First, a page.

The medical aesthetics and plastic surgery industry is booming – and there is no end in sight
For more than a year now, a global health crisis has forced containment in countries around the world. And a lot of industries have suffered. But there is one industry that is going against the trend, and it’s the one you least expect: the medical aesthetics and plastic surgery industry.
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Of course, it didn’t start off that way. Very early on, companies in the sector were faced with a wave of appointment cancellations. Some patients were afraid to come for in-person treatments. Others have seen a drop in their income forcing them to reconsider their discretionary spending. The situation seemed pretty grim.
But then a strange thing happened. When people started working from home, they started spending hours participating in video chats and group meetings. For many, it was the longest they had ever spent looking at each other. And they didn’t like what they saw.
Here’s a look at how the current global situation has turned from a challenge to a growth catalyst for businesses in the medical aesthetics and plastic surgery industry – and why there’s reason to believe it’s okay. Continue.
A boom focused on zoom
At the start of 2020, the world was struggling to adjust to a new normal. And a lot of it revolved around finding ways to work from home effectively. So it wasn’t long before workers around the world began to extol the virtues of remote working.
There were several reasons frequently cited by workers for their newfound love of working from home. One was the sudden absence of a long, arduous journey. Another was the ability to do more with less interruptions from colleagues. But the one thing about working from home that everyone seemed to enjoy was the lack of a strict dress code.
But informality comes at a price. As the hours spent on Zoom calls and meetings increased, some people started to notice things about themselves that they had previously overlooked. Perhaps it was due to their disguised appearance. Or maybe it was the lighting. Either way, the digital mirror that Zoom created has made people wonder if their appearance needs an upgrade.
A global phenomenon
The result has been a renewed interest in cosmetic surgery and related procedures. This has actually translated into a 10% increase in procedures for aesthetic medical and plastic surgery companies in the United States. In Italy, clinics reported a record 15% year-over-year increase. And in France, activity increased by 20%.
All over the world, people who had never considered having cosmetic surgery began to embrace the idea. Without needing to go out in public frequently, they felt more comfortable going through the recovery process. And because many had extra money from the savings generated by working from home, they were able to act on their impulse.
And according to Dr. Tom Bell of Toronto Plastic Surgeons, the clientele and their preferences have changed as well. “Over the past year, we have seen an increase in the number of men seeking treatment. The ratio of women to men has gone from almost ten to one to about four to one. And now the most popular procedures are things like eyebrow lift. and facial implants. It’s clear that people are focusing more on their facial features because that’s what they spend all day looking at. “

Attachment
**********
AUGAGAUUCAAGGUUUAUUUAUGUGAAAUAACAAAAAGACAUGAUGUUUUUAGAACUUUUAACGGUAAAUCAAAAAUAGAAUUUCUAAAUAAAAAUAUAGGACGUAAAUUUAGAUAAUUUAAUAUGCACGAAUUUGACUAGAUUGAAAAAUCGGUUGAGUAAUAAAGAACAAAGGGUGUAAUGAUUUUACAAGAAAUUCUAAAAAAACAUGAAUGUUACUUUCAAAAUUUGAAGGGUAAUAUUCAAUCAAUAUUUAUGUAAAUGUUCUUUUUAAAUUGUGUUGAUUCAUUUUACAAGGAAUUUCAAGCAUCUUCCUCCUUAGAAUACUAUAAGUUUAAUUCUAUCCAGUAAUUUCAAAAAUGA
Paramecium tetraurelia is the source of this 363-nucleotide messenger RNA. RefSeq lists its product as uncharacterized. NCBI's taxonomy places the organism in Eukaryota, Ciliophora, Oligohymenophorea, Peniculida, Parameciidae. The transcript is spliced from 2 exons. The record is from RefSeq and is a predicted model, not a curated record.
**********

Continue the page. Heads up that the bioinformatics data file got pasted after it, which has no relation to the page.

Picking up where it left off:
A continuing trend
While it’s natural to assume that a boom created by a unique situation (hopefully) won’t last, some factors suggest otherwise. One is the fact that it looks like working from home is not going to end anytime soon. A recent survey by Global Workplace Analytics found that two-thirds of workers want to continue this practice. And 36% of them would choose the option of continuing to work from home rather than a pay rise.
And in a labor market that remains tight, it stands to reason that companies will have little recourse but to give workers what they want. This means that the very engine of growth in the aesthetic medical and plastic surgery industry is no longer a temporary measure. This alone should ensure that the current trend will continue. But that’s not the only reason to believe it.
Another is the underlying demographics of industry customers. According to statistics compiled by the American Society of Plastic Surgeons, the average patient’s age has now fallen to around 37 years. It is no coincidence that the older millennials will be turning 38 this year, which means they are likely to start showing up in cosmetic surgery clinics in greater numbers now.
When you combine these factors with an already diminishing stigma surrounding cosmetic surgeries and non-surgical cosmetic procedures, you begin to see the beginnings of a long-term trend rather than just a hit on the radar.
It all adds up to a simple conclusion. Now is the perfect time to own or operate a business in the medical aesthetics and plastic surgery industry. And it’s also a great time to start one. According to the latest market projections, the industry is expected to experience a compound annual growth rate of 10.9% through 2025.
And it is quite possible that these estimates did not take into account the effects of the trends identified here. There aren’t many industries that come out of the current predicament in such good shape – so don’t be too surprised to see companies in this industry end up with as good or better balance sheets as their patients in the past. months and years to come. .